'Horrifying if done to prisoners of war'
MINISTER FOR CHILDREN:THE IN Plain Sightreport reminds us that Irish children were subjected to “treatment that would be horrifying if it were done to prisoners of war, never mind little boys and girls”, Minister for Children and Youth Affairs Frances Fitzgerald said yesterday.
“Rape, burning, beating, biting. Horrendous, awful torture.”
Launching the In Plain Sightreport, she said it “says boldly what we now must accept; people knew about children being abused long before it was put in print in the Ferns, Cloyne, Murphy and Dublin reports”.
This “strikes at our very national identity. Whatever happens to us, we Irish like to believe we are fundamentally a good people – kind, generous, brave, open-minded.
“So how could we have allowed this systemic abuse of children to have gone on for so long? How could a decent society have let this happen?
“One causative factor, one national attribute is becoming ever clearer to me as I read more of what happened in our schools, clubs, churches, homes and communities. Deference,” she said.
“At every turn, Irish people kept their mouths shut out of deference to State, system, church and community; when they should have been unified in fury and outrage they were instead silenced, afraid to even whisper a criticism against the powerful.
“Much of the blame for that lies in a past where the chasm between the powerful and powerless was too vast to close, but let’s not fool ourselves into believing that abuse occurred in a sepia-toned Ireland that is dead and gone.
“Abuse – awful, shocking abuse – happened long after we knew of the atrocities of the distant past. And again it was covered by deference,” she said.
“A critical error was the unquestioning deference to an organisation making itself out to be the paragon of virtue it obviously was not.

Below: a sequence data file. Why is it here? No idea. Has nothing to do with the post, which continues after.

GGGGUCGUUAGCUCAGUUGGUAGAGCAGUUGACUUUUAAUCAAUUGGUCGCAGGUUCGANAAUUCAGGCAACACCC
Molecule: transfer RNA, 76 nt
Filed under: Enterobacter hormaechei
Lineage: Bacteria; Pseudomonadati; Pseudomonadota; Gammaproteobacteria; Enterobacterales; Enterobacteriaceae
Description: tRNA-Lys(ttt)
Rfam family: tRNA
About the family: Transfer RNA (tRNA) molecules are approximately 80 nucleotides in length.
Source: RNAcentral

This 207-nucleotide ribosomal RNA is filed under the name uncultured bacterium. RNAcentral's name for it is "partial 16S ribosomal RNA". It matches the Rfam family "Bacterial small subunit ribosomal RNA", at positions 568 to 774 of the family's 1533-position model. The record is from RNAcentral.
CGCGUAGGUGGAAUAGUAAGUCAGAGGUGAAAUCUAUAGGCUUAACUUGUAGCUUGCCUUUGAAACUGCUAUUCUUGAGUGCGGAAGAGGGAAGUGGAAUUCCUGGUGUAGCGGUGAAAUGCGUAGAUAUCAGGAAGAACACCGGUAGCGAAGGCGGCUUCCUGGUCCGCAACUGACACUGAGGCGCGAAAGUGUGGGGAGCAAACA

“We have to move Irish society to a position where we are not afraid of debate, where there are no sacred systems that take precedence over our people.
“We must make sure that no system and no people are ever allowed to become so important that lives are destroyed to protect their reputation.”
The “very awfulness of what happened may go some way to explaining why, as the report says, so many people find the topic too overwhelming to deal with”, she said in reference to a Red C poll finding published to coincide with the report.
“But the problem with that reaction, that urge to deny, to shut our ears and eyes, is that it can allow the past to recur.”
The poll took place on July 25th and 27th last. The Cloyne report was published on July 13th, with the Taoiseach’s controversial Dáil response on July 20th.
It found that 52 per cent of people found the content of the Ryan report on child abuse issues “overwhelming”, with 35 per cent saying it was “too upsetting to engage with”, while 58 per cent felt “helpless” as a result. On the other hand, it made 89 per cent angry at those who abused the children and 84 per cent “angry that wider society didn’t do more”.
Seventy-one per cent of those surveyed believed that “wider Irish society bears some responsibility for what has been revealed in the Ryan, Ferns, Murphy and Cloyne reports”.
And 88 per cent believed that “individual members of society should have demanded that the State act to prevent child abuse”, while 85 per cent felt that “individual members of Irish society should have done more to protect these children”.
Half believed “wider society is prejudiced against children in care in the State today”.